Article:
US20040170771A1 (en) * 2000-10-12 2004-09-02 Board Of Regents, The University Of Texas System Method of creating a dispersion of a liquid on a substrate
US20040170770A1 (en) * 2003-02-27 2004-09-02 Molecular Imprints, Inc. Method to reduce adhesion between a polymerizable layer and a substrate employing a fluorine-containing layer
US20040188381A1 (en) * 2003-03-25 2004-09-30 Molecular Imprints, Inc. Positive tone bi-layer imprint lithography method
US20040209123A1 (en) * 2003-04-17 2004-10-21 Bajorek Christopher H. Method of fabricating a discrete track recording disk using a bilayer resist for metal lift-off
US20040211754A1 (en) * 2003-04-25 2004-10-28 Molecular Imprints, Inc. Method of forming stepped structures employing imprint lithography
US20050072755A1 (en) * 2003-10-02 2005-04-07 University Of Texas System Board Of Regents Single phase fluid imprint lithography method
US20050084804A1 (en) * 2003-10-16 2005-04-21 Molecular Imprints, Inc. Low surface energy templates
US6900881B2 (en) 2002-07-11 2005-05-31 Molecular Imprints, Inc. Step and repeat imprint lithography systems
US20050130068A1 (en) * 2003-11-21 2005-06-16 Takehiro Kondoh Pattern forming method and method for manufacturing a semiconductor device
US6916584B2 (en) 2002-08-01 2005-07-12 Molecular Imprints, Inc. Alignment methods for imprint lithography
US20050150862A1 (en) * 2004-01-13 2005-07-14 Harper Bruce M. Workpiece alignment assembly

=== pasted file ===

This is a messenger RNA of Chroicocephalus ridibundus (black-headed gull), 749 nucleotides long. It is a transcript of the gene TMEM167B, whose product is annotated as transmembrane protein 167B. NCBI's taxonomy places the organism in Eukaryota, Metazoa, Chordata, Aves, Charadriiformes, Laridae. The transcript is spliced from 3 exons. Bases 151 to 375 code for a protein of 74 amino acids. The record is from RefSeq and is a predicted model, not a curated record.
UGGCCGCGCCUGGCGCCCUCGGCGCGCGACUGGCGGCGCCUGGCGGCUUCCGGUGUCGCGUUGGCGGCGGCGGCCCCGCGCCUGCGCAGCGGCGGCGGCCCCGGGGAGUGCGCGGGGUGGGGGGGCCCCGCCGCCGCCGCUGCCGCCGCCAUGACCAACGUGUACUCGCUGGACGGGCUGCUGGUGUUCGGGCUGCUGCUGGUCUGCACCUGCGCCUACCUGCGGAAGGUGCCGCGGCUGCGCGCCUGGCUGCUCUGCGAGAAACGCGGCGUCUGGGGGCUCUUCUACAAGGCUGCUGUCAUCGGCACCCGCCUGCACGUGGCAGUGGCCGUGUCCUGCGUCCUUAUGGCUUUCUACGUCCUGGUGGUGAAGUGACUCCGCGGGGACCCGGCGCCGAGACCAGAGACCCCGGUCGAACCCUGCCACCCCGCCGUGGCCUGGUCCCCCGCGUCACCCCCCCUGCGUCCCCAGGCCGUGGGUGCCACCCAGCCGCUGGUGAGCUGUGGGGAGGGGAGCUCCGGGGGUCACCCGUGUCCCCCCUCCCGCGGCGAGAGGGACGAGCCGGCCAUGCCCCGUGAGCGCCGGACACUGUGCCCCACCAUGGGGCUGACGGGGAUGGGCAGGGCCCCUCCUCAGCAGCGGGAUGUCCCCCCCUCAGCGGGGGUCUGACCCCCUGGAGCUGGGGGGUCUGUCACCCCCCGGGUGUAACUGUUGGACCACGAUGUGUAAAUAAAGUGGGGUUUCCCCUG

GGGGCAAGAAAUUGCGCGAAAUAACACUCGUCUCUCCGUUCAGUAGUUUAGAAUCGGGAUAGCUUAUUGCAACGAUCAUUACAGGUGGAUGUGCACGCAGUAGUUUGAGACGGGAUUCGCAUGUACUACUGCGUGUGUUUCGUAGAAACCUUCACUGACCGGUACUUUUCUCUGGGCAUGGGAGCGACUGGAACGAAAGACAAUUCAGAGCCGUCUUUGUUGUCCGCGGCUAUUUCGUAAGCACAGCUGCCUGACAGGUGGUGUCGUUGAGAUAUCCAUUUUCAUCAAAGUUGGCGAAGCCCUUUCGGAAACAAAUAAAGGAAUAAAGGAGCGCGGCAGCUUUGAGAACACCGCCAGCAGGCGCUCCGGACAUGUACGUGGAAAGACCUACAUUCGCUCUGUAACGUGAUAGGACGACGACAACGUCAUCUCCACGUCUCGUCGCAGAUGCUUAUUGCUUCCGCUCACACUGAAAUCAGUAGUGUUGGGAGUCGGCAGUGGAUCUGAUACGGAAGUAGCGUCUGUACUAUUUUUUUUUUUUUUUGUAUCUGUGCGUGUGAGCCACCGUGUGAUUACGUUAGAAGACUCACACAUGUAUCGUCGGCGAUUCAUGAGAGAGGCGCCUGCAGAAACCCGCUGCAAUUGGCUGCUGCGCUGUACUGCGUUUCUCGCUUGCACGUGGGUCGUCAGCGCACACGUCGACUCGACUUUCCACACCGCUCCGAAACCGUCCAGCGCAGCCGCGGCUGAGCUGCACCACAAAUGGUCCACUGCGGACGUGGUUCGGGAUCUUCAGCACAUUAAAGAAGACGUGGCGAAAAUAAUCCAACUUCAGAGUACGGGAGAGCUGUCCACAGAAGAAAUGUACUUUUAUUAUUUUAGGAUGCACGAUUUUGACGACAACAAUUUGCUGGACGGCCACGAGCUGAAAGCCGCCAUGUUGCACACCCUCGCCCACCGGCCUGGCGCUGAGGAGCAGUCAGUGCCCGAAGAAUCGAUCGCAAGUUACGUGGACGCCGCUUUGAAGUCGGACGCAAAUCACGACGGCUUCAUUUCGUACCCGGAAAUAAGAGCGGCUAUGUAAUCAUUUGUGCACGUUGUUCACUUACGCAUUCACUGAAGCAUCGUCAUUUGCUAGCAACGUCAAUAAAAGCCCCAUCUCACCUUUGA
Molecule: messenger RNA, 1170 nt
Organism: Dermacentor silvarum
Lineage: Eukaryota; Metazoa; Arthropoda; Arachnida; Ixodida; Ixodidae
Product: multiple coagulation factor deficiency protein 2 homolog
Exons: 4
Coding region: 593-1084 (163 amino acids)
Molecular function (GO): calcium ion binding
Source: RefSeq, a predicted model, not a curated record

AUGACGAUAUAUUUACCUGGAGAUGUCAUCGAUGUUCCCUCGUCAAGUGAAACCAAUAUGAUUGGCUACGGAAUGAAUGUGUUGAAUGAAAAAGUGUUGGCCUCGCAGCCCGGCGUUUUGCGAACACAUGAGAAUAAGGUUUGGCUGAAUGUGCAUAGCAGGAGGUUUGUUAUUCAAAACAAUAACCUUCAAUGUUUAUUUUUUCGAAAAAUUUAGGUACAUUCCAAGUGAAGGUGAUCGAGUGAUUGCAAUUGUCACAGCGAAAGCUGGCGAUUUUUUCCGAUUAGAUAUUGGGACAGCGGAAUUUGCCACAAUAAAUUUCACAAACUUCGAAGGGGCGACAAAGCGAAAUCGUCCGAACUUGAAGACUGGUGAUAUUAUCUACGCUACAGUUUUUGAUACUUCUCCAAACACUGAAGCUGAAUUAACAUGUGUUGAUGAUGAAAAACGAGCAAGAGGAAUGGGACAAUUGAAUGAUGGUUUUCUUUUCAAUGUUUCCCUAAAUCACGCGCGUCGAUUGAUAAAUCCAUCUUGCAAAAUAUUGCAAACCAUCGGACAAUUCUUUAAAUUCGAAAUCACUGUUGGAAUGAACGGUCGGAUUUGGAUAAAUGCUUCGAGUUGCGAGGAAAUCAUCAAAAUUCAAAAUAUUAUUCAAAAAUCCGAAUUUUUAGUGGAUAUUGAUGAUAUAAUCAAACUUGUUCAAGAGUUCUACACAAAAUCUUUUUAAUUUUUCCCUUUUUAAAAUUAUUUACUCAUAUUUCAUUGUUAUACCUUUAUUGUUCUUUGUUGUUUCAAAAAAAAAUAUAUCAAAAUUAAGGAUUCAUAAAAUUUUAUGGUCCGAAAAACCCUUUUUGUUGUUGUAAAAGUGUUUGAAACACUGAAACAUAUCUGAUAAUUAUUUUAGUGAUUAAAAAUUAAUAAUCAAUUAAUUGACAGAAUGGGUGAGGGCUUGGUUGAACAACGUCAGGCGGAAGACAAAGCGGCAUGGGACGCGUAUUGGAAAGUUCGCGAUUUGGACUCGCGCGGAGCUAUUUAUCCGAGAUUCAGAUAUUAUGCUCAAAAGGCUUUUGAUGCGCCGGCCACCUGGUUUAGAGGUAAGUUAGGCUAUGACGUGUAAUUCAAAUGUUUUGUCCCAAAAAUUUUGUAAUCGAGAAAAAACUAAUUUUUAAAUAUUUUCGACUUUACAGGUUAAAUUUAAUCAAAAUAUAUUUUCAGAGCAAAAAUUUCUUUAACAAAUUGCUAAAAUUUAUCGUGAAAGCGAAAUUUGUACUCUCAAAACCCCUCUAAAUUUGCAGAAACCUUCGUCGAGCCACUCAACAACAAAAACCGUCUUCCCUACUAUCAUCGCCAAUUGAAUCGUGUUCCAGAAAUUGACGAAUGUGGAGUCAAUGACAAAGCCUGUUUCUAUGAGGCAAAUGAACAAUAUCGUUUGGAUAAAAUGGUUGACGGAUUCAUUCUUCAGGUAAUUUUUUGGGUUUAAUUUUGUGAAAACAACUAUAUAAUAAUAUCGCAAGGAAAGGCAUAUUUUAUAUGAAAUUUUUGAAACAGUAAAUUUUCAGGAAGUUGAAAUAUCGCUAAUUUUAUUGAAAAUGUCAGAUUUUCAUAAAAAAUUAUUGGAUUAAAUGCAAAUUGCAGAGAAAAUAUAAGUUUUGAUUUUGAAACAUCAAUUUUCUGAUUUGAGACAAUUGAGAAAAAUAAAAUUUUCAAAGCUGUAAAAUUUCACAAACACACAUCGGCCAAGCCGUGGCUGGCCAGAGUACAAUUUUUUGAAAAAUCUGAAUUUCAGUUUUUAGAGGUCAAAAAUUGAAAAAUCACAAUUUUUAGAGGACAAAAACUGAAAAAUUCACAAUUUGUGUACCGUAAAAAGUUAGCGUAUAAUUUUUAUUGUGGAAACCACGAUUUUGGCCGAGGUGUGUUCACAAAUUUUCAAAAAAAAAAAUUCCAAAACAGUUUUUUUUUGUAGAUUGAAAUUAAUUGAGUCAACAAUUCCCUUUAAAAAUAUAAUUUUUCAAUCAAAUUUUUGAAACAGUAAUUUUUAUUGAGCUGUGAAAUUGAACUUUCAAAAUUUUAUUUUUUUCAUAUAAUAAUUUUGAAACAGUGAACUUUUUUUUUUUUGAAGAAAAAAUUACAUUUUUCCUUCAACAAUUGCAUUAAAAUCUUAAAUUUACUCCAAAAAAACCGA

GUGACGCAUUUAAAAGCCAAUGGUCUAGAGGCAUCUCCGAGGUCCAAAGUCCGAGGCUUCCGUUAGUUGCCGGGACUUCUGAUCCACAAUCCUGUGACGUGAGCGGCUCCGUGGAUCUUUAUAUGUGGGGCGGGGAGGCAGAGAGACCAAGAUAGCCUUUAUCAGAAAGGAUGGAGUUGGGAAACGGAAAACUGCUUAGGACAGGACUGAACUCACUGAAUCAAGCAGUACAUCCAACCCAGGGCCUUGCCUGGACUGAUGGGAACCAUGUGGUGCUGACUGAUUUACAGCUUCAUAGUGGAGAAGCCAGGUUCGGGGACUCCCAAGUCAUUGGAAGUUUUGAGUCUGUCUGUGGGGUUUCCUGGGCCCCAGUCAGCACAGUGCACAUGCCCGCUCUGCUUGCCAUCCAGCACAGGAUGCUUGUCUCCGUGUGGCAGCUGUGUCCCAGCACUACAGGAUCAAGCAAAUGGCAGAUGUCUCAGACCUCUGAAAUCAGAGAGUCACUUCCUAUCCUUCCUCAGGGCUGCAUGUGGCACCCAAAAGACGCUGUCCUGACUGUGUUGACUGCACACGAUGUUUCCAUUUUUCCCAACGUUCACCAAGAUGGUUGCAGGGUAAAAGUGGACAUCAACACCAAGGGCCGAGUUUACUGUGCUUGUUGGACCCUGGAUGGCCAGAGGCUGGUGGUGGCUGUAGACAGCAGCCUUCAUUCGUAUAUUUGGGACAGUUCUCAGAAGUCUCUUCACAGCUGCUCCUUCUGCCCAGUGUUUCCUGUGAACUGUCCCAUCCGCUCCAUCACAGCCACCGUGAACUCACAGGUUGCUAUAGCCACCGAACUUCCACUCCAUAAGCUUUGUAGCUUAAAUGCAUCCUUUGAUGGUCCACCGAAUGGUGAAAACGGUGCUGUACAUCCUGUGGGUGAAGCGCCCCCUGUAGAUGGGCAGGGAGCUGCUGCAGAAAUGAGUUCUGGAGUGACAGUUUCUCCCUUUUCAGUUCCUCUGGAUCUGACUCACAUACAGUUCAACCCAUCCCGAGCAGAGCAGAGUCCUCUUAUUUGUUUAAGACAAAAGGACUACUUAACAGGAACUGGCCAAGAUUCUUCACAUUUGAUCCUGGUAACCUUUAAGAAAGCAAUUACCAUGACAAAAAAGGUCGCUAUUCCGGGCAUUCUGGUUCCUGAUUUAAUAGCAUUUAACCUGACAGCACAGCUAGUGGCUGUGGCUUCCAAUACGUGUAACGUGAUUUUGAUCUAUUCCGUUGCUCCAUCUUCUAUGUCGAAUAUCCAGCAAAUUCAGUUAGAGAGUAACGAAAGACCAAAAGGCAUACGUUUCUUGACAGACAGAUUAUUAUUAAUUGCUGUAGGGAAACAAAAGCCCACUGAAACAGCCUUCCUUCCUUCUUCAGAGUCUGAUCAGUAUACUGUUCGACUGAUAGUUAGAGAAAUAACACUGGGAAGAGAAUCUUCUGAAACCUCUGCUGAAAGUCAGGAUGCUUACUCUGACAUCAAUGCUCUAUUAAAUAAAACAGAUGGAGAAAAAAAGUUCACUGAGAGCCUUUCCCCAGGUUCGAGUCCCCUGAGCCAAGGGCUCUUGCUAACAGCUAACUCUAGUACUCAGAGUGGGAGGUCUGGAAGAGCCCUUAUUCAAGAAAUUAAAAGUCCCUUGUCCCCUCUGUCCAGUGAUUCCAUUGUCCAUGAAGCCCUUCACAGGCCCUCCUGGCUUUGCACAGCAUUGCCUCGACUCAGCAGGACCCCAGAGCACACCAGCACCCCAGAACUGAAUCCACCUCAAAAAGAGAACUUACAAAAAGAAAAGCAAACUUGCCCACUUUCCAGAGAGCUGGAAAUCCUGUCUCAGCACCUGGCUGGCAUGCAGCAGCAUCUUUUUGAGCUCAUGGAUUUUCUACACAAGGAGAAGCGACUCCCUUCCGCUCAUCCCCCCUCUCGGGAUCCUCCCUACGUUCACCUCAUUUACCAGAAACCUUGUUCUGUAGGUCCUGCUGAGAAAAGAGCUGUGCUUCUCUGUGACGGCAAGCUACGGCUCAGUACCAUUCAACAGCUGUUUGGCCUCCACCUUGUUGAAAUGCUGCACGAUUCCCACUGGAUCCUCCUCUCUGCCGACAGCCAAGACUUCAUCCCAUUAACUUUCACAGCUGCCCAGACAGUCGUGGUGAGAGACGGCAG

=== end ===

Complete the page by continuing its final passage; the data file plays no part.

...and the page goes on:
US20050151300A1 (en) * 2004-01-13 2005-07-14 Harper Bruce M. Workpiece isothermal imprinting
US20050151282A1 (en) * 2004-01-13 2005-07-14 Harper Bruce M. Workpiece handler and alignment assembly
US20050158163A1 (en) * 2004-01-20 2005-07-21 Harper Bruce M. Imprint embossing alignment system
US20050155554A1 (en) * 2004-01-20 2005-07-21 Saito Toshiyuki M. Imprint embossing system
US6926929B2 (en) 2002-07-09 2005-08-09 Molecular Imprints, Inc. System and method for dispensing liquids
US6929762B2 (en) 2002-11-13 2005-08-16 Molecular Imprints, Inc. Method of reducing pattern distortions during imprint lithography processes
US6932934B2 (en) 2002-07-11 2005-08-23 Molecular Imprints, Inc. Formation of discontinuous films during an imprint lithography process
US20050236739A1 (en) * 1999-03-11 2005-10-27 Board Of Regents, The University Of Texas System Step and flash imprint lithography
US20050260848A1 (en) * 2004-05-21 2005-11-24 Molecular Imprints, Inc. Method of forming a recessed structure employing a reverse tone process
US6980282B2 (en) 2002-12-11 2005-12-27 Molecular Imprints, Inc. Method for modulating shapes of substrates
US20060036051A1 (en) * 2004-08-16 2006-02-16 Molecular Imprints, Inc. Composition to provide a layer with uniform etch characteristics
US20060035029A1 (en) * 2004-08-16 2006-02-16 Molecular Imprints, Inc. Method to provide a layer with uniform etch characteristics
US20060063112A1 (en) * 2004-09-21 2006-03-23 Molecular Imprints, Inc. Pattern reversal employing thick residual layers
US20060062922A1 (en) * 2004-09-23 2006-03-23 Molecular Imprints, Inc. Polymerization technique to attenuate oxygen inhibition of solidification of liquids and composition therefor